Try limiting your intake of alcohol, caffeine, and refined sugars, and if you struggle with lactose intolerance or find that your symptoms are worse after consuming dairy products, reduce them or eliminate them entirely. There are plenty of milk and cheese alternatives on the market these days, so it has never been easier to go lactose-free.


If simple dietary changes don’t work, your healthcare provider may recommend something known as the FODMAP Diet. It stands for “Fermentable Oligosaccharides, Disaccharides, Monosaccharides, and Polyols” and refers to a class of carbohydrates that can be difficult for some people to digest. These carbs could be a trigger and removing them from your diet may relieve your symptoms.

High FODMAP foods to avoid include dairy, asparagus, green peas, onions, mushrooms, cherries, apples, peaches, pears, legumes, some meats, some cereals, and most types of sugar and sugar alternatives.

Low FODMAP foods include eggplants, tomatoes, zucchini, strawberries, kiwi fruit, pineapple, almond milk, eggs, nuts, and seeds. There are far too many foods to list here, but your doctor will provide more information.

Lifestyle Changes

Smoking can be a trigger for IBS. It is also behind a catalog of other chronic conditions, so it’s always best to stop or at least reduce your intake. It doesn’t matter how long you have been smoking—it’s always beneficial to stop and doing so could add years to your life.

Exercise helps too. You don’t need to hit the gym every evening or go for a run at the crack of dawn. Simply do what you can and keep progressing, whether that means walking to the shops instead of taking the car or doing some stretches at home.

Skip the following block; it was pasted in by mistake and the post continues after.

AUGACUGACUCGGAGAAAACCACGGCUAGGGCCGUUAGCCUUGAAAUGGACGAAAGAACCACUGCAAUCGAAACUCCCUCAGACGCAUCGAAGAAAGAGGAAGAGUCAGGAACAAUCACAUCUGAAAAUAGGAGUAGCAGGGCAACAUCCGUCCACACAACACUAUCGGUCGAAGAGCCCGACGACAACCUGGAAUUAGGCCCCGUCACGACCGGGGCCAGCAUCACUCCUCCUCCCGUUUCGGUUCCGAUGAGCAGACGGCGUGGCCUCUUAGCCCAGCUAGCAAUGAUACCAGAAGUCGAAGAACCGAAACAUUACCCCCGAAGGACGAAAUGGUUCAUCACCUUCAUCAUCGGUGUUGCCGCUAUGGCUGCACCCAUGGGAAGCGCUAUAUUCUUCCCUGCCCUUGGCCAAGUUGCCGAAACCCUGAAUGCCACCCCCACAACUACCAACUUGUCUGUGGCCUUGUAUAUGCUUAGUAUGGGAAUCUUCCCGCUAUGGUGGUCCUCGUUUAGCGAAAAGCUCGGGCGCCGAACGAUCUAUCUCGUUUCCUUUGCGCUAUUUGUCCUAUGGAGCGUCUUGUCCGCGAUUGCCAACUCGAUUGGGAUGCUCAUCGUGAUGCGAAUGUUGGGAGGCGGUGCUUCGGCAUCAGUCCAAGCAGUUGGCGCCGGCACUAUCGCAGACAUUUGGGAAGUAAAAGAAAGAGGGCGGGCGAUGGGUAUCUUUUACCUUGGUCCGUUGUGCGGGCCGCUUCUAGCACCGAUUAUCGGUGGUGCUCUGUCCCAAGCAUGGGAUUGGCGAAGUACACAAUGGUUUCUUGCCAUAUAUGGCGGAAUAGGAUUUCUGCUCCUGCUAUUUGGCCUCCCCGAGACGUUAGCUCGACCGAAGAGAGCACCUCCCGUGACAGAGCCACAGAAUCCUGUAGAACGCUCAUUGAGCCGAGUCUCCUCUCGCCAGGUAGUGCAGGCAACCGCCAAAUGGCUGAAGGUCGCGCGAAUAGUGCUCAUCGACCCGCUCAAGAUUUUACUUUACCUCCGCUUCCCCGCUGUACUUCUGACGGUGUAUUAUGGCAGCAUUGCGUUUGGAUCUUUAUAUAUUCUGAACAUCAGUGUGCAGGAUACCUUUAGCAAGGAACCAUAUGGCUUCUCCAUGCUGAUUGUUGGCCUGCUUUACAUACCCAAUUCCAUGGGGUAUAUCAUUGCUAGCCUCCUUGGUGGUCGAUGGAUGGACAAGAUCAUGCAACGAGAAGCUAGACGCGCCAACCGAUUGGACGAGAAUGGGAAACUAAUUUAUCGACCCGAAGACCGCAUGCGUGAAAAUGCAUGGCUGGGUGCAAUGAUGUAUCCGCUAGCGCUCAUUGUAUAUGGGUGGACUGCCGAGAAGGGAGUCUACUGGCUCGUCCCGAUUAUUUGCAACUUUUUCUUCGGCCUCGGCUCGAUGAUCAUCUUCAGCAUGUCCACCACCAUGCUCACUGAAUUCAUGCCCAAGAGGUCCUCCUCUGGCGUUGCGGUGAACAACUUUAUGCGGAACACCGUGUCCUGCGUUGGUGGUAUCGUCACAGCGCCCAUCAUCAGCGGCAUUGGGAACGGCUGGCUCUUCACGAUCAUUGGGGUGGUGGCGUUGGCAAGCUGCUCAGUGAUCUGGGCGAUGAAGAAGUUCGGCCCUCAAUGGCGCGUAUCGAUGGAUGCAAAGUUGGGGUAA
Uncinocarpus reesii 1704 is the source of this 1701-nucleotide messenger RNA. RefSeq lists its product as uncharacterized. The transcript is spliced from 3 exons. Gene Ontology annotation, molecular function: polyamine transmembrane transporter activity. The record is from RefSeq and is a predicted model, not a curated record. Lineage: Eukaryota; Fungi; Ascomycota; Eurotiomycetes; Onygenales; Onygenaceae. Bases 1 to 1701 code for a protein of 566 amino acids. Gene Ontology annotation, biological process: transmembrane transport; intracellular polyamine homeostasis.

Eating smaller meals is advised, and it’s also important to pay attention to your symptoms and record when, where, and—potentially—why they appear.

If the condition is caused by stress, then devote some time to your mental health and look after yourself more. Unplug from social media and the distractions of the web before going to bed. Rather than staring at your phone, read a book or have a long soak in the bath. Practice meditation, yoga, or Pilates, and make sure you’re getting plenty of sleep.


There are a number of medications that can be prescribed to people with IBS. The exact meds you receive will depend on the condition and its underlying causes.

For instance, if your doctor thinks that your IBS is caused or exacerbated by anxiety and depression, they may recommend anti-anxiety or antidepressant medications. If you struggle with chronic diarrhea, they can prescribe medications to slow things down. Likewise, if you’re dealing with bouts of constipation, they may prescribe short-term courses of laxatives.

On the supplement side of things, fiber obviously makes a big difference, but you should also consider taking probiotics. They add “healthy bacteria” to your gut and help to restore the balance.

Monitor the progression of your symptoms, look out for side effects, and report back to your doctor. Let them know what’s working and what’s not working and they can adjust your treatment accordingly.

Preventing and Managing IBS

Although IBS can be frustrating, uncomfortable, and even embarrassing, it’s something that can be managed. It may not go away completely, but through a process of trial and error, as well as dietary and lifestyle changes, you can learn how to keep it under control.

You won’t experience significant changes overnight, but if you persist with the aforementioned treatment options, you should notice some improvements within a few weeks. After several months, you could feel like a completely different person!